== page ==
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Is fear of violence fuelling AIDS in Uganda?

Uganda | An HIV positive mother and child. A survey found that nearly a quarter of women questioned had experienced some form of violence after revealing their status to their husbands / Tomas van Houtryve - Panos pictures

In Uganda concerns are growing that the fear of violence may be leading to an increase in HIV and AIDS infections as people, especially women, avoid testing, or treatment, because they fear the stigma and violence that may follow the news of an HIV positive status.

Last August, 25-year-old Glorius Kyarikunda, a mother of two, met her untimely violent death in south western Uganda’s rural district of Rukungiri.

Glorius was not killed by a stranger but by her husband Julius Tumwesigye, after he accused her of ‘bringing HIV into the home’. Tumwesigye hacked his wife to death using a machete.

Violence against women with HIV increasing

This is not an isolated case. Although no statistics are readily available, intimate partner violence related to HIV infection is growing in Uganda. Studies by the aid agency ActionAid Uganda, conducted in the eastern district of Pallisa, revealed that violence against women living with HIV and AIDS is increasing.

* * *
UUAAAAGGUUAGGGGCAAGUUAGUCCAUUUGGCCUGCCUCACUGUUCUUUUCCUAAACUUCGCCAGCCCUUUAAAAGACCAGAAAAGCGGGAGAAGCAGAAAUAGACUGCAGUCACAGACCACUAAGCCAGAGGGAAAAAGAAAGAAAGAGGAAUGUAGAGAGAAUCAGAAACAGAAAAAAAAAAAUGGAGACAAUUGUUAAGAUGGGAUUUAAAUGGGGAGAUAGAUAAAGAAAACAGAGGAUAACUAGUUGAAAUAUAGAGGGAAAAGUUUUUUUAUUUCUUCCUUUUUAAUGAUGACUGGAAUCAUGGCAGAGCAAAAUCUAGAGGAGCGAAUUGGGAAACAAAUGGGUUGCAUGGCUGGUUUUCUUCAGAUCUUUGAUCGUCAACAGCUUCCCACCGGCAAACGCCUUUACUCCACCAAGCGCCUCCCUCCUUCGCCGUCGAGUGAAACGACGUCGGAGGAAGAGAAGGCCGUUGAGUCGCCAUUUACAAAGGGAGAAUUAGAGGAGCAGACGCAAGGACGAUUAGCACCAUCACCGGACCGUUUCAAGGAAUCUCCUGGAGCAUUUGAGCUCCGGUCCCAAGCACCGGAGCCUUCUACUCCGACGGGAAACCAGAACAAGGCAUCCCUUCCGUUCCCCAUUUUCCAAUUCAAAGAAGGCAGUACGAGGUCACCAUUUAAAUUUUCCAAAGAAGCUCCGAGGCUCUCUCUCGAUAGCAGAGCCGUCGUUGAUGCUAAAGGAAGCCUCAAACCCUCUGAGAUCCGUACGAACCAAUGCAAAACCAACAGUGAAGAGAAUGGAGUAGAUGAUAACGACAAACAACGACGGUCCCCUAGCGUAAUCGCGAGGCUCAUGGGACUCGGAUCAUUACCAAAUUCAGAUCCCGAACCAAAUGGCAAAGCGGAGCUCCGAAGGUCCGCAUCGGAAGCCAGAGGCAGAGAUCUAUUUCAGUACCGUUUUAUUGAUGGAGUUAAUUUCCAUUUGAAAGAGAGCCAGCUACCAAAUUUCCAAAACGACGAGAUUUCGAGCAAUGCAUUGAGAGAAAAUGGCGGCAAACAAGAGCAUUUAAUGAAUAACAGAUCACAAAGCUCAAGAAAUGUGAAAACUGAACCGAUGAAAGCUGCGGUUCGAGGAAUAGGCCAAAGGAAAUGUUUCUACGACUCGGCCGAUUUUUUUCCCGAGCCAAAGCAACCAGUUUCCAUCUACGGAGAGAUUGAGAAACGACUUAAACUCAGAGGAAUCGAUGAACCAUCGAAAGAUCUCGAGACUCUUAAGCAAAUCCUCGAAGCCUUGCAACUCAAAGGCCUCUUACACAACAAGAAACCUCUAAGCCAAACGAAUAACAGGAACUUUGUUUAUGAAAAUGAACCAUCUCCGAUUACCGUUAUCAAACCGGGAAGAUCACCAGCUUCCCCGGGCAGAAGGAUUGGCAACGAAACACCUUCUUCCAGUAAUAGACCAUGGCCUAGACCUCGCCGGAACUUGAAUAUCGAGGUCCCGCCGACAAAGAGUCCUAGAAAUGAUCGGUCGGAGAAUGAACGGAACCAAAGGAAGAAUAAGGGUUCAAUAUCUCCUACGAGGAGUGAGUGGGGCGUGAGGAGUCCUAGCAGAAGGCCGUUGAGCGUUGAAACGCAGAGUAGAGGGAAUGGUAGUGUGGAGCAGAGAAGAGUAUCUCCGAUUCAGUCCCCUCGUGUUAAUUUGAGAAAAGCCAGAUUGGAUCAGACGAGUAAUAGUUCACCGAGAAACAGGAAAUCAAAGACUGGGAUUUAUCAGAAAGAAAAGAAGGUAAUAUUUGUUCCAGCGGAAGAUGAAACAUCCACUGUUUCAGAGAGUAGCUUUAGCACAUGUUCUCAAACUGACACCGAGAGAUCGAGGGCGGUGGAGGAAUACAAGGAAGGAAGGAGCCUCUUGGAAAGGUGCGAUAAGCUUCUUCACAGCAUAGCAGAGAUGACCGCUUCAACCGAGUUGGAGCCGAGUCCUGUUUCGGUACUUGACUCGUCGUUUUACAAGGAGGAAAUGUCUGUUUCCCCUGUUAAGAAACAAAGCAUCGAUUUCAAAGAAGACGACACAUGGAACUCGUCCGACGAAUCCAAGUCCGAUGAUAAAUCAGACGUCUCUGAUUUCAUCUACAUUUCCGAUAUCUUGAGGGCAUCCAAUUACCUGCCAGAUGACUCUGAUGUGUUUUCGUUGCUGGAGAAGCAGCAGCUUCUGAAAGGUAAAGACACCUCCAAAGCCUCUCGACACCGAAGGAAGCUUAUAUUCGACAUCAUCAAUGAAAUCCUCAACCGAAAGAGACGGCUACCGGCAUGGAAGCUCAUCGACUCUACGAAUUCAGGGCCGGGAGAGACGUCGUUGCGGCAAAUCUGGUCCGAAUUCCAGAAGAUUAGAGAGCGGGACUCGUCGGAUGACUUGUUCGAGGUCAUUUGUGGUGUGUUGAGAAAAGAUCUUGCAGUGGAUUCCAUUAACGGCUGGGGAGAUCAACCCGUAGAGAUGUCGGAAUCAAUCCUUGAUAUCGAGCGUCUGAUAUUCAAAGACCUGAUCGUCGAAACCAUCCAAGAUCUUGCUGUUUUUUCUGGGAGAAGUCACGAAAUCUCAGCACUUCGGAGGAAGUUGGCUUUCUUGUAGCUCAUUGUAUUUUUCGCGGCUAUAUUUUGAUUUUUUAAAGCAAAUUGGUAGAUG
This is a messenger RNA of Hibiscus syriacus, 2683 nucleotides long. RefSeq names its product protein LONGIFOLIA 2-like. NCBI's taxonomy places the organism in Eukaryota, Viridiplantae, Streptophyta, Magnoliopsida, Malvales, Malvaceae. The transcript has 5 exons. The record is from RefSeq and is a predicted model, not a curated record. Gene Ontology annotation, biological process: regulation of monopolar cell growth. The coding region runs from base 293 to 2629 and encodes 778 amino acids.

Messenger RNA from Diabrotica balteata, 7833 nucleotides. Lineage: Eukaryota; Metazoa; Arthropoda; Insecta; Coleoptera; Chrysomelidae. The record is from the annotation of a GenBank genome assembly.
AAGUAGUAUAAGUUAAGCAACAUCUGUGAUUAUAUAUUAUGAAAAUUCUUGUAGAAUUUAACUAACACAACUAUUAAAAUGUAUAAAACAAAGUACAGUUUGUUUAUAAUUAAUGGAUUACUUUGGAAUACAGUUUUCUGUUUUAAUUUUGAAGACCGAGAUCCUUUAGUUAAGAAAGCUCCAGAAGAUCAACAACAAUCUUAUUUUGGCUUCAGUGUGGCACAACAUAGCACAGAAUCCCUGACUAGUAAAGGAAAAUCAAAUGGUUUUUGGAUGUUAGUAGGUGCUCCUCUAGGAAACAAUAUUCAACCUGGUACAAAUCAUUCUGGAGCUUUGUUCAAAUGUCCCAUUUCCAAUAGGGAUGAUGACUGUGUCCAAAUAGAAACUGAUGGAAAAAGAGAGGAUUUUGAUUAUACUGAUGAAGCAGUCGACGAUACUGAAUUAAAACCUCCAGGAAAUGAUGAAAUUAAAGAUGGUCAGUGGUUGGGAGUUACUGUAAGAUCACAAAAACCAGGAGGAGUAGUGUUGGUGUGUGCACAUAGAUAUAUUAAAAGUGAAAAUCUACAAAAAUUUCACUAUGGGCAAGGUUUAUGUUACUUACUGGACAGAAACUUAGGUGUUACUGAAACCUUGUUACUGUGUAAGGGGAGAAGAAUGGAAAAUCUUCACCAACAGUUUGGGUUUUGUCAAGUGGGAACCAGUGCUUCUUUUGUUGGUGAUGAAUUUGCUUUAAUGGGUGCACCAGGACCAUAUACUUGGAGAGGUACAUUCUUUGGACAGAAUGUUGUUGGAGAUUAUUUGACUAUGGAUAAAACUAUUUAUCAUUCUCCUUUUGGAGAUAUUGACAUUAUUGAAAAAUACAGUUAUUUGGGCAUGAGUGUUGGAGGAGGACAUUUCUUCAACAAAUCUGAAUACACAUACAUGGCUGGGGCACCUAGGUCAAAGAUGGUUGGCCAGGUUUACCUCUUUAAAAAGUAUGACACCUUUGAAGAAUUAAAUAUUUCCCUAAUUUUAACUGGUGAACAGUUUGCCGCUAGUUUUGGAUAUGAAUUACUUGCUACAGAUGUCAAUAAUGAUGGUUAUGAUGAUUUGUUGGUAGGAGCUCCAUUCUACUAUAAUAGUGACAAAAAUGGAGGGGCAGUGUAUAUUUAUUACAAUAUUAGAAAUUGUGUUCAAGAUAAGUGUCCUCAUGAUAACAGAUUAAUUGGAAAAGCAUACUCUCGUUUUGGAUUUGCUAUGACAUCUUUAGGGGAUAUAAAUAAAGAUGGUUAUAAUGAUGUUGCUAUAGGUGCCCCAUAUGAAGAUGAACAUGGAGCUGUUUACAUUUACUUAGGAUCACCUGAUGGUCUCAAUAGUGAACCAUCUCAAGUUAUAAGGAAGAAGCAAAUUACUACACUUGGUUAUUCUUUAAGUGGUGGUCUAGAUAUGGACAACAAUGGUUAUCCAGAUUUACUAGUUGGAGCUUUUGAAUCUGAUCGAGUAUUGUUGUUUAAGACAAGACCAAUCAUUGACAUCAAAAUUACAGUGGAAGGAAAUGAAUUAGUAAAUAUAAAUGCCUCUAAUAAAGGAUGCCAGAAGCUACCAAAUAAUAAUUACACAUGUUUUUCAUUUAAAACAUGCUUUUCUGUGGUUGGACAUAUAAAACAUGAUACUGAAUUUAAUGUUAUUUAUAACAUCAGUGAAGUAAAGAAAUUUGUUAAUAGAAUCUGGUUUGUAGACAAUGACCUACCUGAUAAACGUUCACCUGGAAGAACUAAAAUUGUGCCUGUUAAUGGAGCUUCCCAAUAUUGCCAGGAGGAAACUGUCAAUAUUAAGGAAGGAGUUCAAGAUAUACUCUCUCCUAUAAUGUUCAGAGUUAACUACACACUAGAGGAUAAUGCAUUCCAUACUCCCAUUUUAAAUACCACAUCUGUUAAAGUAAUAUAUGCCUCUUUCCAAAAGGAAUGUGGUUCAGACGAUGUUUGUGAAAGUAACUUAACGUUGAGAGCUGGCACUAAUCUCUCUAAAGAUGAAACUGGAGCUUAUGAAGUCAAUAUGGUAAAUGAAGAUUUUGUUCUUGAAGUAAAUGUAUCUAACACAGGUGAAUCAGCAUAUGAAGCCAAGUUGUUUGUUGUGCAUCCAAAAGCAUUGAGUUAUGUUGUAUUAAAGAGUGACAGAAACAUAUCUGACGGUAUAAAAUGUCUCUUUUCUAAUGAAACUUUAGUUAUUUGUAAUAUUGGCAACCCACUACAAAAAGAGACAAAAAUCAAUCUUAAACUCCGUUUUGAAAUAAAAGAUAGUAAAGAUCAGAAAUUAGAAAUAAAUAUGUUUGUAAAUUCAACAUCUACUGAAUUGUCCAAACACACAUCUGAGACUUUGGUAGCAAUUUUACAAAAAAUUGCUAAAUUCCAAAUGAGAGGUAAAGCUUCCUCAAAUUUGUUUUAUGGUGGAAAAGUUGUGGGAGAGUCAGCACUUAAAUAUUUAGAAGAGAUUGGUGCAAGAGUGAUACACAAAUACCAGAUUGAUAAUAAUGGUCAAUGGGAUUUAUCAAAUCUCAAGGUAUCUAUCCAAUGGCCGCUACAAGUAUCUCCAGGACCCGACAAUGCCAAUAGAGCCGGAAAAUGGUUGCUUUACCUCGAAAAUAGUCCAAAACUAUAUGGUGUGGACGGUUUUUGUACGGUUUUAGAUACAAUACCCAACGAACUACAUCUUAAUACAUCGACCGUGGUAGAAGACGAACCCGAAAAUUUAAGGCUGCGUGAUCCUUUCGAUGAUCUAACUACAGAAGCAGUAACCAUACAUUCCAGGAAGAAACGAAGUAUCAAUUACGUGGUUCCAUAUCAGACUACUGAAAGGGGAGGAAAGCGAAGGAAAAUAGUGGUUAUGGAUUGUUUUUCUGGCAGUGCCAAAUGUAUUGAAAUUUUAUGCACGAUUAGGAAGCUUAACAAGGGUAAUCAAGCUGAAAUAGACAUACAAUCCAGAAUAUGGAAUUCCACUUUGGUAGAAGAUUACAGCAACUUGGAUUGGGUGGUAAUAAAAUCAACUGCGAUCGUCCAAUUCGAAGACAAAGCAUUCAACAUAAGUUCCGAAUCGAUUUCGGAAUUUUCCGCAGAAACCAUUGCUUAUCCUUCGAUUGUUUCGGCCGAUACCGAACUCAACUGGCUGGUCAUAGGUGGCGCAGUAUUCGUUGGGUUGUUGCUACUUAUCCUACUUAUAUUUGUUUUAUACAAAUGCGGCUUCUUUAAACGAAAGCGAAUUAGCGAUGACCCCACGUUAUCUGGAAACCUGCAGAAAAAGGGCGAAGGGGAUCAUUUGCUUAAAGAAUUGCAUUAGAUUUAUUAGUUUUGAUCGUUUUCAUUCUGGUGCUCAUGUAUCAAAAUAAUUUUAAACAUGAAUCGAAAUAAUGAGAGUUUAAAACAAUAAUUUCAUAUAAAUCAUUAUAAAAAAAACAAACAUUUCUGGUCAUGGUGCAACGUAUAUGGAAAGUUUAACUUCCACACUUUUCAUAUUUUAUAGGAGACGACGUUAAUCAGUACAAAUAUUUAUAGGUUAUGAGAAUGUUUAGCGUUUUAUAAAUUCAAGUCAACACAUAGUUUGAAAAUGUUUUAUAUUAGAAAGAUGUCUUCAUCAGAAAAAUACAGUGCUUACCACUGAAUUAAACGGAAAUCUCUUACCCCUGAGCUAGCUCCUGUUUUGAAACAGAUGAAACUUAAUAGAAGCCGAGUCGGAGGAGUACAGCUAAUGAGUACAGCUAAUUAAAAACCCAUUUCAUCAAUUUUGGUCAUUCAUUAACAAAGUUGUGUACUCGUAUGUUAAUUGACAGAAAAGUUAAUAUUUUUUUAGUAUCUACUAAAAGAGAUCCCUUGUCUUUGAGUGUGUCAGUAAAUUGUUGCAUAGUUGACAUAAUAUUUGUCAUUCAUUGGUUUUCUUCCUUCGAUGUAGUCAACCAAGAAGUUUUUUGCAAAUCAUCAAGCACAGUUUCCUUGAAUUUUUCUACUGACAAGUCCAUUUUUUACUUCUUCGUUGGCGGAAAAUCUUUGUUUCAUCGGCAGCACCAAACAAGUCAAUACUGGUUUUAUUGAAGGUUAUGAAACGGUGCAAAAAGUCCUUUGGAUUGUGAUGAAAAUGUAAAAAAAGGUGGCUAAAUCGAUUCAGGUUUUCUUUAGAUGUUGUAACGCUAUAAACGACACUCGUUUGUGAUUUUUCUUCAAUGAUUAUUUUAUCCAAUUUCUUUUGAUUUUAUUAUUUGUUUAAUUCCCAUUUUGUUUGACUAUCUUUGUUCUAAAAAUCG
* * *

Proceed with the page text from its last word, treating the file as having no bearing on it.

In this particular study, 100 out of 465 HIV-positive women questioned during a survey earlier this year, had experienced some form of violence after revealing their status to their husbands. Some of the reported violence included battering and caused grievous body injuries.

Pamela is a 29-year-old resident of the capital city Kampala and is expecting her second child later this year. She learnt of her HIV positive status soon after conceiving. But she is not in a hurry to tell her husband about her HIV result.

“I am not sure what his reaction will be. I cannot rule out a violent reaction when he learns about my status,” said Pamela at the Mulago national referral hospital, where she attends her antenatal clinic.

Amid this state of affairs, the HIV epidemic is being driven underground and will inevitably lead to increased infection and deaths.

Fear drives HIV underground